February 11, 2004
Nevirapine (NVP, Viramune) has come to be an essential drug in the treatment of HIV-infected pregnant women. In addition to the use of single-dose nevirapine to prevent mother-to-child transmission in women in resource-poor settings, nevirapine is frequently prescribed to women of childbearing age as part of HAART, and as part of HAART during pregnancy.
The well-understood pharmacokinetics in pregnancy and in infants, the efficacy, and the apparent safety are attractive features. However, a rare but concerning side effect of nevirapine is a syndrome of severe hepatic injury, often with rash, that occurs early after the beginning of treatment. It can be life threatening and a few deaths have occurred. Recent studies have identified a high CD4 count and being a woman as risk factors for this syndrome, and this new information has been incorporated into the package insert (PDF). Stevens-Johnson syndrome is another rare, but serious side effect.
Against this background, it is clear we need to know more about the safety of nevirapine in different groups of women, especially those who are pregnant. Two studies provided some reassuring data. Kramer and colleagues from the University of Southern California reviewed all pregnant HIV-positive women cared for at L.A. County USC Medical Center and identified 117 women who had used nevirapine in 125 pregnancies. Most were non-white with 61% Latina and 29% black.
HIV had been diagnosed during pregnancy in 43% of the women. Since a high CD4 count is a predictor of nevirapine toxicities, it is important that 80% of the women had more than 250 CD4 cells/mL and 34% had more than 500 cells. Overall, 19/117 stopped nevirapine at some point, although three women successfully restarted. There were seven significant reactions among the 117 women. Rash occurred in three women, elevated liver enzymes occurred in three women and one woman had nausea and vomiting. None of the rashes were severe. Only one woman had grade 3 elevations of liver function tests (LFTs) and there were no episodes of severe hepatitis. Toxicity of any grade was more common among those with more than 500 CD4 cells than those with lower counts.
But are these numbers higher or lower than among non-pregnant women? We do not have a clear-cut answer, but another study, from Bersoff-Matcha at Kaiser Permanente in Washington D.C., compared 43 pregnant women treated with nevirapine with 227 non-pregnant women. The two groups were relatively comparable in everything except age (median 28 years versus 38 for the non-pregnant women). CD4 counts higher than 500 were slightly more common in the non-pregnant women (31% compared to 26%, although this was not statistically significant).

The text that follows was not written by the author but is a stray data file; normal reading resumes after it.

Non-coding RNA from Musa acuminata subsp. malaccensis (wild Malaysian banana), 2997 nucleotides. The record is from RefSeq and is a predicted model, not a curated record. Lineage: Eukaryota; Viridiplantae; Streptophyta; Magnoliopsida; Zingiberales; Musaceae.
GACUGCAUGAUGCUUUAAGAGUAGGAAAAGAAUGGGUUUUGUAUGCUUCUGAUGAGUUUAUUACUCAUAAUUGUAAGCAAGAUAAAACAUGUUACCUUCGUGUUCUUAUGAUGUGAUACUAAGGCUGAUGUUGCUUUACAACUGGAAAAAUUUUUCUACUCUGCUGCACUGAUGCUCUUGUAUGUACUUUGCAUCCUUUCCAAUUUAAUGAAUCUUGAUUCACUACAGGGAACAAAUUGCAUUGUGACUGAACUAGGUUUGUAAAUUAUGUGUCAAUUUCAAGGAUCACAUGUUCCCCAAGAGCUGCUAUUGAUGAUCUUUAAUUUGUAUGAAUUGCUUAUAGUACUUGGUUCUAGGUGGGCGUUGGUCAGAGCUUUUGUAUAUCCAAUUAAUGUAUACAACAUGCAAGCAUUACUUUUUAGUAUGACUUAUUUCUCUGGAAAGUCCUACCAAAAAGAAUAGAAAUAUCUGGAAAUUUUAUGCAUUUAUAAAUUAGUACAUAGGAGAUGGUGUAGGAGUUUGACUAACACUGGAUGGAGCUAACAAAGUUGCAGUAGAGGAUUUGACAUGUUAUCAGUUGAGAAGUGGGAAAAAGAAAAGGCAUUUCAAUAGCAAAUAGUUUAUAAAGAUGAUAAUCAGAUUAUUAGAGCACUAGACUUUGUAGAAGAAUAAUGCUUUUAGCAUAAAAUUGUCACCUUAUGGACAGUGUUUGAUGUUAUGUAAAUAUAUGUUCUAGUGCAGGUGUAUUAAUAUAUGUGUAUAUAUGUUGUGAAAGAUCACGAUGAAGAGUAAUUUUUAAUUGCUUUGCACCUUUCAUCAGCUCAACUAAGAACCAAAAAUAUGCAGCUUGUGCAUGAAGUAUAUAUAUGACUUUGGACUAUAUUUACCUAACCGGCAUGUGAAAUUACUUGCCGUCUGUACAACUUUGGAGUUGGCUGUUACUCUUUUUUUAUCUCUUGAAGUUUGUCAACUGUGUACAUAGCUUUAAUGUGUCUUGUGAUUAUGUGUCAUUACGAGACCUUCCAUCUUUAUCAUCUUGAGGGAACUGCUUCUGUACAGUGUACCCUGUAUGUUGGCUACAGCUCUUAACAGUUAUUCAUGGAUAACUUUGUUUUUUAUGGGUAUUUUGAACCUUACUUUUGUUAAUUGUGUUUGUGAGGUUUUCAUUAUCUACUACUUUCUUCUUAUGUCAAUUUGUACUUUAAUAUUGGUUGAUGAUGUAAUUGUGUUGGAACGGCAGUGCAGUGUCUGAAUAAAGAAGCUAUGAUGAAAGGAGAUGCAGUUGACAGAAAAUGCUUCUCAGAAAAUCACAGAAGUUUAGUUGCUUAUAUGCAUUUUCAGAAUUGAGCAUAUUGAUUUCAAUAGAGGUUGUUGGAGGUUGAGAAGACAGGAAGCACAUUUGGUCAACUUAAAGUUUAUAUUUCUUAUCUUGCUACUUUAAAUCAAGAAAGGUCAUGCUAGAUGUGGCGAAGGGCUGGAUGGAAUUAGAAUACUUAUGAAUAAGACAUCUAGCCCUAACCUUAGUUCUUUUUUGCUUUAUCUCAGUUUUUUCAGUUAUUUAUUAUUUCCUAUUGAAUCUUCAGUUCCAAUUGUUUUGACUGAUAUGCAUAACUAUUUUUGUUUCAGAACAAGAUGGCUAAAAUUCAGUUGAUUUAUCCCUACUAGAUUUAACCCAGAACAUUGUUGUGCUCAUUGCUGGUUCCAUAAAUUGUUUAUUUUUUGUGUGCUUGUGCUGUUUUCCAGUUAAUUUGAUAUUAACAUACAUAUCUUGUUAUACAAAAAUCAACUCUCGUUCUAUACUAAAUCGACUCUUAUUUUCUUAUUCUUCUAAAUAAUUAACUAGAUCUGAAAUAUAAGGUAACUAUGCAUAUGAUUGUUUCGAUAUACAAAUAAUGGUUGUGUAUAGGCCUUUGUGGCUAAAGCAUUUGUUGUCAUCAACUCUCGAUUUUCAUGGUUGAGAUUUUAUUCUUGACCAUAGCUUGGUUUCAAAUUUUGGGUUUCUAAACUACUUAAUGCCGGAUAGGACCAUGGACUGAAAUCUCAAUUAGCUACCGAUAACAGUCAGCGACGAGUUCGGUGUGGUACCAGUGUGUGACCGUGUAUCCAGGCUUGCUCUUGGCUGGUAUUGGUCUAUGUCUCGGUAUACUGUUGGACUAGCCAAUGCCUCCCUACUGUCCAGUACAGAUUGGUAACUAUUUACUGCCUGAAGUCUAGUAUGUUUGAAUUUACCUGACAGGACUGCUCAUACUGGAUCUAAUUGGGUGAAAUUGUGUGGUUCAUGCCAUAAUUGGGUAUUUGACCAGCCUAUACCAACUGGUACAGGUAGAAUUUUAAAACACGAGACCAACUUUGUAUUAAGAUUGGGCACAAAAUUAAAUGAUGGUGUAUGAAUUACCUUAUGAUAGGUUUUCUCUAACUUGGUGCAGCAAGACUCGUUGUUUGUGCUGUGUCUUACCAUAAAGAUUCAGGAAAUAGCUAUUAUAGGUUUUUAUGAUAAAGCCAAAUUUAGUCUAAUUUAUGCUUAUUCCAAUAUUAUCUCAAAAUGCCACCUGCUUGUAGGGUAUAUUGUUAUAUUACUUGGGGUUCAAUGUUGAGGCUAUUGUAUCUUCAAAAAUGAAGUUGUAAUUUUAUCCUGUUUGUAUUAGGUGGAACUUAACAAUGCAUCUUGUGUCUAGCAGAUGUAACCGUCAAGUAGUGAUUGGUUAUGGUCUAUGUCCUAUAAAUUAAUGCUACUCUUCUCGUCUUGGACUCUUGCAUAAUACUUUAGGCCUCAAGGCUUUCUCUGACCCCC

Overall, significantly fewer pregnant women had adverse events after starting nevirapine than non-pregnant women. The rates were 1/43 (2.3%) compared to 43/227 (18.9%, P = 0.007). This remained significant when controlling for age, CD4 count and race. There was also a significant difference in more serious adverse events (grade 3-4), with 0 among 43 pregnant women compared to 20 among 227 (8.8%, P = 0.05).
Rash was the most common side effect. Only one pregnant woman had a rash compared to 23 mild rashes and 17 grade 3-4 rashes among the non-pregnant group. Hepatitis occurred in five non-pregnant women; two had hepatitis with rash, which may be the most worrisome syndrome.
So, what does this mean in daily practice? In the only comparative data we have, pregnancy is not a risk factor for nevirapine toxicity among women. This needs to be confirmed in larger studies. Women are, however, at increased risk of the more severe types of nevirapine toxicity compared to men, and the women with the highest CD4 counts are at the greatest risk (PDF).
We continue to need to focus on the health of women, pregnant or not, and not just on the prevention of mother-to-child transmission. I think we can continue to use nevirapine in pregnancy, but we should be careful to warn women to be alert to rashes, abdominal pain, fever and jaundice during the first 6 weeks after beginning therapy. We must educate them to contact their healthcare provider if any of these symptoms occur. We also should remember that the combination of stavudine (d4T, Zerit) and didanosine (ddI, Videx) should not be used in pregnancy because of the risk of severe lactic acidosis.
Abstract: Nevirapine Tolerability in HIV-Infected Women in Pregnancy (Poster 923)
Authored by: F. Kramer, A. Stek, W. B. Du, A. Kovacs
Affiliations: Univ. of Southern California, Los Angeles, CA
Abstract: Adverse Events to Nevirapine Therapy During Pregnancy (Poster 939)
Authored by: S. J. Bershoff-Matcha, L. M. Mundy, J. V. Henry
Affiliations: Kaiser Permanente of the Mid-Atlantic States, Washington, DC; Washington Univ. Sch. of Med., St. Louis, MO
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